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Connection between food, body and mind

Scott Teasdale, Wolfgang Marx, Molly Warner, Flavia Fayet-Moore and Skye Marshall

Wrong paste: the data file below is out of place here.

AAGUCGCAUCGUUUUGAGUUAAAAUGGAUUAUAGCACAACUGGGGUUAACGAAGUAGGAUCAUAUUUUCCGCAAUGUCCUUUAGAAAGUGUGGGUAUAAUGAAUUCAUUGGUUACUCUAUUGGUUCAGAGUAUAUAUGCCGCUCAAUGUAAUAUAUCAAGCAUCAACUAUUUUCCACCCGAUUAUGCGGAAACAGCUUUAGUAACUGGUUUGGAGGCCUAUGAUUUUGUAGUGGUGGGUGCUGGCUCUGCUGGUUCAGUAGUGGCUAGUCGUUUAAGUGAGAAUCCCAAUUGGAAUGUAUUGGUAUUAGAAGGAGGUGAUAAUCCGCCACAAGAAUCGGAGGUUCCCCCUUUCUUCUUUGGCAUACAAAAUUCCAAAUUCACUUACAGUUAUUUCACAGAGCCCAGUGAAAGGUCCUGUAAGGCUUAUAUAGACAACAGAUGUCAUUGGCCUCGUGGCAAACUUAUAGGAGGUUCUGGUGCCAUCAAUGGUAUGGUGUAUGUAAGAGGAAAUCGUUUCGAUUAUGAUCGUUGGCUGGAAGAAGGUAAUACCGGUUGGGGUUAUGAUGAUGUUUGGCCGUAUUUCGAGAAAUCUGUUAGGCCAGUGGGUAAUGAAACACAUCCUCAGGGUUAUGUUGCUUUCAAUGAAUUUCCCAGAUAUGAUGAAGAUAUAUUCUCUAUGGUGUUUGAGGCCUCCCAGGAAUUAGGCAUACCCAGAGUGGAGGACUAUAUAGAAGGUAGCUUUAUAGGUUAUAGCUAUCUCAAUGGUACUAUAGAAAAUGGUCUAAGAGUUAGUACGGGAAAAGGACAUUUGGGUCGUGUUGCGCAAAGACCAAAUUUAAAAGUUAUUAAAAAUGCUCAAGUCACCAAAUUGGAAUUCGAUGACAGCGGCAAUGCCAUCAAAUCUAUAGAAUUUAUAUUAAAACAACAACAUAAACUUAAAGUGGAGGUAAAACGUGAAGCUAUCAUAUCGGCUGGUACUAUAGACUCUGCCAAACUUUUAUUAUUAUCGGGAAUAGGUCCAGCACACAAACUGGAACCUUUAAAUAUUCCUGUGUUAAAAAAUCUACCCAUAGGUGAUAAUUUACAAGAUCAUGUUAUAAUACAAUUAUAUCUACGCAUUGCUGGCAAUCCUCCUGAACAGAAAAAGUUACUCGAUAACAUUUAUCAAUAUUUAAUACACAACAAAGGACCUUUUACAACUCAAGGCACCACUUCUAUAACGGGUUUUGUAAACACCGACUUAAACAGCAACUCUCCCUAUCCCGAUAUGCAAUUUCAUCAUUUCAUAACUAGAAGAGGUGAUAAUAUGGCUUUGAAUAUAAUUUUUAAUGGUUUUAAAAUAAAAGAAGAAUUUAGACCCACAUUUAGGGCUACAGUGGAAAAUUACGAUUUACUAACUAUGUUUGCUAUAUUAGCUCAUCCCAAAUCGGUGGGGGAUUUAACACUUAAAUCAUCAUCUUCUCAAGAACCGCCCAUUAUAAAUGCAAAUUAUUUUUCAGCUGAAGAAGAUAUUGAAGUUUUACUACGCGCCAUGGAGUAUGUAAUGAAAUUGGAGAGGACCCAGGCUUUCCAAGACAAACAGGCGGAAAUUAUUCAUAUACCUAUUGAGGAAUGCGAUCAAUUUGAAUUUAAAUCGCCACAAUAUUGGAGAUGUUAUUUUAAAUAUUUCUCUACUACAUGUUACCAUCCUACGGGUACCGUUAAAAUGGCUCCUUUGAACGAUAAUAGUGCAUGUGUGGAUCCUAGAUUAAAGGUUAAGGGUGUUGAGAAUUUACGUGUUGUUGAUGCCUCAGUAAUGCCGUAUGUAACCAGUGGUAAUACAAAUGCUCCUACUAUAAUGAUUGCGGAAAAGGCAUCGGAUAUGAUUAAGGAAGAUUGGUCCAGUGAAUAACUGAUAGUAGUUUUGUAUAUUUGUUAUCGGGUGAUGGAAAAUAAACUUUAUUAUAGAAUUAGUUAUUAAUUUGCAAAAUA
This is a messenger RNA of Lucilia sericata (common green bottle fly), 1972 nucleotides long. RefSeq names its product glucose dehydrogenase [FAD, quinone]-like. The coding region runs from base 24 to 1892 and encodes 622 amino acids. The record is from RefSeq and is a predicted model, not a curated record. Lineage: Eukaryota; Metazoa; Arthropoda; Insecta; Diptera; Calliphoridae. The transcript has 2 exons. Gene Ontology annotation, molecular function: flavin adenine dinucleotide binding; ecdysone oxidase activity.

There is growing evidence that diet quality and adequate nutrition could improve mental health. Many factors influence the diets of Aboriginal and Torres Strait Islander people. Examples include the disruption by colonisation to traditional dietary patterns and food sourcing, and the entrenchment of socioeconomic disadvantage. As a population group, Aboriginal and Torres Strait Islander people are consuming a diet of low nutritional quality. This paper reviews the nutrition-focused programs that also measured emotional wellbeing and mental health outcomes for Aboriginal and Torres Strait Islander communities. It does not consider food security, even though it is an issue in some communities. The preliminary evidence supports nutrition and food-related skills and knowledge as a core component of programs to improve emotional wellbeing. Nutrition programs were more effective when they were culturally appropriate and community endorsed, co-designed with Elders, delivered in a group program to benefit social connections, and included practical workshops based on traditional foods. The effectiveness of individual nutrition interventions, however, is still to be determined and there was limited evidence for the effects of diet and nutrition on suicide and suicidal thoughts.